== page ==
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In just over seven weeks, seven men will line up against each other in the race to be Middlesbroughs next mayor. On May the 8th, six of those men will wake up to the reality that they have failed, despite their best efforts and, for some, the efforts of the parties which support them.

The seven candidates to have declared their intention to stand for election thus far are as follows.

Deputy Mayor Dave Budd (Labour)

Michael J Carr (Independent)

Lloyd Cole-Nolan (Conservative)

Len Junier (Independent)

David Masterman (Green)

Andy Preston (Independent)

Dave Roberts (Independent)

Yesterday, I used Twitter to ask each of the seven candidates not what they would do if they were elected as mayor, but what they would do if they weren’t successful.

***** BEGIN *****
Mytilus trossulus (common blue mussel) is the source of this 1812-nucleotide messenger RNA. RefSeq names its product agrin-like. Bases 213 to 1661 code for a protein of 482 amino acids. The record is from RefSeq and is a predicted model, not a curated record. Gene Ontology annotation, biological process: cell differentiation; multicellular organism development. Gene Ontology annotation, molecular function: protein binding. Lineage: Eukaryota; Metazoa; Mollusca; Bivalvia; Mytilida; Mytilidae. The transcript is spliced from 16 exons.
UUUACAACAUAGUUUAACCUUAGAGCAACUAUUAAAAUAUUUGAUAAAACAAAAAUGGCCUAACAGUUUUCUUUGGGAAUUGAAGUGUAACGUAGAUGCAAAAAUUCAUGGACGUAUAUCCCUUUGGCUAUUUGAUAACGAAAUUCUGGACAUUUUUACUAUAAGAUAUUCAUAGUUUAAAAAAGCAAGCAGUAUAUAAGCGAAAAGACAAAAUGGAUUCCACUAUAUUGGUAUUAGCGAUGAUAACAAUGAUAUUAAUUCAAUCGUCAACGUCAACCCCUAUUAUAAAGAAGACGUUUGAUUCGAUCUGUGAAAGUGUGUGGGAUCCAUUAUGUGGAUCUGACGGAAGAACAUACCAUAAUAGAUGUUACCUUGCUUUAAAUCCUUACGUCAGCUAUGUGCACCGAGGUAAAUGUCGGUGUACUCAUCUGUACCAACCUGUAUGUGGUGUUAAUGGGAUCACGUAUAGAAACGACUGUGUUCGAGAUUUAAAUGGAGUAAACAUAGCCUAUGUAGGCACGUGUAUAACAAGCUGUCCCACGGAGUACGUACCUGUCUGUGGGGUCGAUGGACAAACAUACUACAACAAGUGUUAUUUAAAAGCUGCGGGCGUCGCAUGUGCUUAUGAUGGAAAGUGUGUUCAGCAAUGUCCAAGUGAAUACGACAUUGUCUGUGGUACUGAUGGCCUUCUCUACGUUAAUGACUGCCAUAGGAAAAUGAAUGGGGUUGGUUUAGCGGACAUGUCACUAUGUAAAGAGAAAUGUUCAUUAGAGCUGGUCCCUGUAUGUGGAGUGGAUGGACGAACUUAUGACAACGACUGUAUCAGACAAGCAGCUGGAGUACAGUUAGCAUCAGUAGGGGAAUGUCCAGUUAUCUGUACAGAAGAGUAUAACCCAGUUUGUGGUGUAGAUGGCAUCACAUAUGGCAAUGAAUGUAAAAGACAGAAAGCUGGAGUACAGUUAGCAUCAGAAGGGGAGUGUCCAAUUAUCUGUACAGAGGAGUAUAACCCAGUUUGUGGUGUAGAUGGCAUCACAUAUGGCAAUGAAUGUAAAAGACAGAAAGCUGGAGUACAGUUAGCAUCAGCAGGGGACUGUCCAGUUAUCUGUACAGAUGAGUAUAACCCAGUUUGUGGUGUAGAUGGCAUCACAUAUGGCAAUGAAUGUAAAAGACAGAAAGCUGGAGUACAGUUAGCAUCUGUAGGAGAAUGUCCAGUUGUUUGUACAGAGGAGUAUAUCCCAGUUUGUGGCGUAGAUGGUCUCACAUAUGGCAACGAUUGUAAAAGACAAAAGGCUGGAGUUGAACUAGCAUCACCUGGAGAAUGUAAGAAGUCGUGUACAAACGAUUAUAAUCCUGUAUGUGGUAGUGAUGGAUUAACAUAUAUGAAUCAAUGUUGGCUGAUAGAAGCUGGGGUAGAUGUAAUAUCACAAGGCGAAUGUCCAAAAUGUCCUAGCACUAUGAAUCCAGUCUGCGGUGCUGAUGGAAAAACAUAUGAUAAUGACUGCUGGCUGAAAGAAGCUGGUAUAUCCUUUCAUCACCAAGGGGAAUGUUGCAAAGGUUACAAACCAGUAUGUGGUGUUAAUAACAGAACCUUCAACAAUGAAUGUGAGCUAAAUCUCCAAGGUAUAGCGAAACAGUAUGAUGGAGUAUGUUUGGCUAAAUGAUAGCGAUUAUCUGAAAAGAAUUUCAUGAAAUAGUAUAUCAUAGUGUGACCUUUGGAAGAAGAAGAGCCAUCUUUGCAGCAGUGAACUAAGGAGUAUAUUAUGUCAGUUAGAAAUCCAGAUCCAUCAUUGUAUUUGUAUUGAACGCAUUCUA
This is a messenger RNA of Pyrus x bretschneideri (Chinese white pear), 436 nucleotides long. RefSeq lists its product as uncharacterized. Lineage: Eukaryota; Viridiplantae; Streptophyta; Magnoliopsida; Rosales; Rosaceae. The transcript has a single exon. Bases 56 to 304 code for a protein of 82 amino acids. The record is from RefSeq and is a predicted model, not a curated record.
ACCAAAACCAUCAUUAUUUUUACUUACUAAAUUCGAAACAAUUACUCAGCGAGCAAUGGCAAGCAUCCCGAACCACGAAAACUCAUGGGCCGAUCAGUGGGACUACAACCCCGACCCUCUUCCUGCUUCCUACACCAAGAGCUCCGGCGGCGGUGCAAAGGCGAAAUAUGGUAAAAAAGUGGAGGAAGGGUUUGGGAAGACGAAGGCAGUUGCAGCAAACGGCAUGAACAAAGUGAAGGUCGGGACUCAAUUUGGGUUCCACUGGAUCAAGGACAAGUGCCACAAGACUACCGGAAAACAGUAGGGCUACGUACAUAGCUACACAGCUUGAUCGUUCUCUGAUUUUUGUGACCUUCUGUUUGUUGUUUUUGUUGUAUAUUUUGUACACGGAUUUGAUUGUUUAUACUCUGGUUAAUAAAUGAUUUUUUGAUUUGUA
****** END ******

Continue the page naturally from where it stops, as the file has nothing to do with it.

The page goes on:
I was pleased to get responses from over half of the candidates (four, to be precise).

First to respond was cllr Len Junier. Len has been a councillor on Middlesbrough council for many years, mainly as a Labour councillor, unitl last year when he was deselected by the party and chose, along with others, to become Independent councillors. Len is now standing as an Independent mayoral candidate.

bM: What will you do if you DON’T win the mayoral election?

Len Junier: carry on regardless I was an activist long before a politician.

bM: Carry on with what, though Len? You won’t be mayor or councillor

Len Junier: as I said activism isn’t about being a Cllr, activists are vital

bM: Who or what (and how) will you be an activist for?

Len Junier: my community

bM: And the ‘how’?

Len Junier: many ways as before I became a Cllr